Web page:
Beer, frites, comics. Blah, blah, blah. No disrespect to lovers of ambers and ales, salty, fried foods, or Tintin, but there’s so much more to Brussels, capital of Belgium—capital of all of Europe—than these perennially touted attractions. Here are three lesser-celebrated reasons to hop on a train and make the 80-minute trip from Paris.
Chocolate boutique in Brussels (flavijus)
At first glance, the architecture in Brussels is incongruous—ugly, even. But in that odd stew of styles are treasures from many eras.
Take, for example, the Grand’Place in the city center. The towering 15th century Town Hall, which is adorned with hundreds of statues, and adjacent rows of meticulously detailed guild houses, have earned the square a place on UNESCO’s World Heritage list. Even though the medieval constructions are blighted by florescent-lit souvenir shops and droves of tourists, it’s a must-see landmark.
The second hand record store “Arlequin” in Brussels (H4NUM4N)
On the far side of town is a landmark of a different sort: the Atomium, a relic from the 1958 World Fair. Standing at 103-meters tall, it consists of nine giant steel spheres, connected by tubes. Altogether, it looks like a big, weird cell. But each sphere houses an exhibit hall, and you can visit them via escalators enclosed in the tubes. The reward for the schlep to the northern part of the city to see this oddity is the 360-degree panoramic view from the top.
A building in Brussels that used to be a department store & “Galerie de la Reine” (Sophuda & AstridWestvang)
But for my money, the most beautiful architectural immersion is the residential neighborhood of Saint-Gilles—a bonanza of Art Nouveau. Stroll the sloping hills and admire exquisite details like wrought iron balconies, castle-like turrets and oriel windows. If you love the genre, then don’t miss the neighborhood’s crown jewel: the Musée Horta, the previous home of one of the most influential Art Nouveau architects, Victor Horta.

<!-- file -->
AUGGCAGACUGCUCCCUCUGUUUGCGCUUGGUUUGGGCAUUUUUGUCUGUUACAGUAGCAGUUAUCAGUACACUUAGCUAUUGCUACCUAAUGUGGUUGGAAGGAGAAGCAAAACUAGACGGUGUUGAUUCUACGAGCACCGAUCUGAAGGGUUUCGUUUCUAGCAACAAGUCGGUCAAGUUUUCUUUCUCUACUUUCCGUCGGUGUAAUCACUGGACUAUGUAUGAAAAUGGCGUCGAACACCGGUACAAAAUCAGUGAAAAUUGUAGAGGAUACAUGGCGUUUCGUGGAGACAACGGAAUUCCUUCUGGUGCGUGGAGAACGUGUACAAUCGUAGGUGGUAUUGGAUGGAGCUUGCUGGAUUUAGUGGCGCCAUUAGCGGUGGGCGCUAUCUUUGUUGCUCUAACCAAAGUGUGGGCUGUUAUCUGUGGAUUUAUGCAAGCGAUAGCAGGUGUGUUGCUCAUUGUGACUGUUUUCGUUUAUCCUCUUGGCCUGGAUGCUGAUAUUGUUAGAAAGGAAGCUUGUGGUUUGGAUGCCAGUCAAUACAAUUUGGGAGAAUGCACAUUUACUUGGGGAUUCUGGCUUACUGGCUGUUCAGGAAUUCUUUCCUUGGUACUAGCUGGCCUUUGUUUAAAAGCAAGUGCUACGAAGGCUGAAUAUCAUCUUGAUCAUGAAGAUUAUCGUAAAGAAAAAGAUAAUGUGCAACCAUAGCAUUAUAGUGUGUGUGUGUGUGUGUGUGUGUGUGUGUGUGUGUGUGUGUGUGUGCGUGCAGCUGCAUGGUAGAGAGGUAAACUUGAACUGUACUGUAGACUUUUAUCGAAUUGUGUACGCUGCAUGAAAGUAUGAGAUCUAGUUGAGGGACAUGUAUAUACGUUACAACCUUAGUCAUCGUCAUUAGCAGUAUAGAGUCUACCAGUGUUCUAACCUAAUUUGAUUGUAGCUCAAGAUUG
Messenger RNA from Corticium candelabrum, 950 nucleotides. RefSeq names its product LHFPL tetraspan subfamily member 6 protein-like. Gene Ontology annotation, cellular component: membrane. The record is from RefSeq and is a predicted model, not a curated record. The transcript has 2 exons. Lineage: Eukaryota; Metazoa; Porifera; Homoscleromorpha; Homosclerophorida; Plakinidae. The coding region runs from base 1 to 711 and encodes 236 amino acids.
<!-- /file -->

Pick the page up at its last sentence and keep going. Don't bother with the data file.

“Le Fabuleux Marcel” in Brussels (visitflanders)
Back in the 1980s, the Antwerp Six, the influential designers who established Belgian fashion, set up shop on Rue Antoine Dansaert in the abutting neighborhoods of Sainte Catherine and Saint-Géry. Today, it’s where all the super stylish Belgians shop. The avant-garde Stijl, a boutique that’s as carefully curated as an art gallery, features the likes of Ann Demeulemeester, Raf Simons Dries Van Noten and is the main draw of the drag. Other ultracool shops include Annemie Verbeke and Glorybox and, in recent years, international stores— Comptoir de Cottoniers, Marc Jacobs—have infiltrated the neighborhood.
“Kelly Shop” in Brussels (visitflanders)
For more casual and eclectic shopping, head across town to Ixelles. You can tell this neighborhood is popular with expats by the abundance of cafes offering soymilk and cupcakeries, but the boutiques are both trendy and down-to-earth. My favorite of all the great little indie spots is Moss & Bros, small but packed with eclectic home goods and clothing.
Chocolates in Brussels (Juska Wendland)
And then, of course, there’s the chocolate. Like the Eiffel Tower in Paris, you see chocolatiers seemingly everywhere you go in Brussels. Turn a corner, and there’s a chocolatier. Turn another corner and there’s another chocolatier, and another. It’s my kind of city.
The choco-epicenter is the Grand Sablon, an oblong park packed with the big-hitters (Godiva, Neuhaus, Leonidas) and the classics (Wittamer); the haute (Pierre Marcolini) and the artisan (Passion). And the most recent (and brilliant) addition is Alex & Alex, a chocolate and champagne bar. Oui, my kind of city indeed.
Chocolates from “Mary” in Brussels (Amy Thomas)
Although the Grand Sablon could keep you high and happy for hours, it’s essential to veer off the well-trod path. That’s how you’ll experience Frederic Blondeel, who is known for ganaches with bold and spicy ingredients like black cardamom and Szechuan pepper, and Laurent Gerbaud, whose rich and creamy pralines could very well be the best things I ate in Brussels.
And no visit would be complete without a visit to Mary, the 93-year-old chocolatier that’s been supplying bonbons to the royal family for decades. Choose from caramels and marzipan fillings; chocolate mousse, ganache and creams; truffles and pralines; plus tablettes and mendiants. The packaging is almost as exquisite as the bonbons, and the staff are impossibly polite. In fact, Mary alone is a good excuse to go to Brussels tout de suite.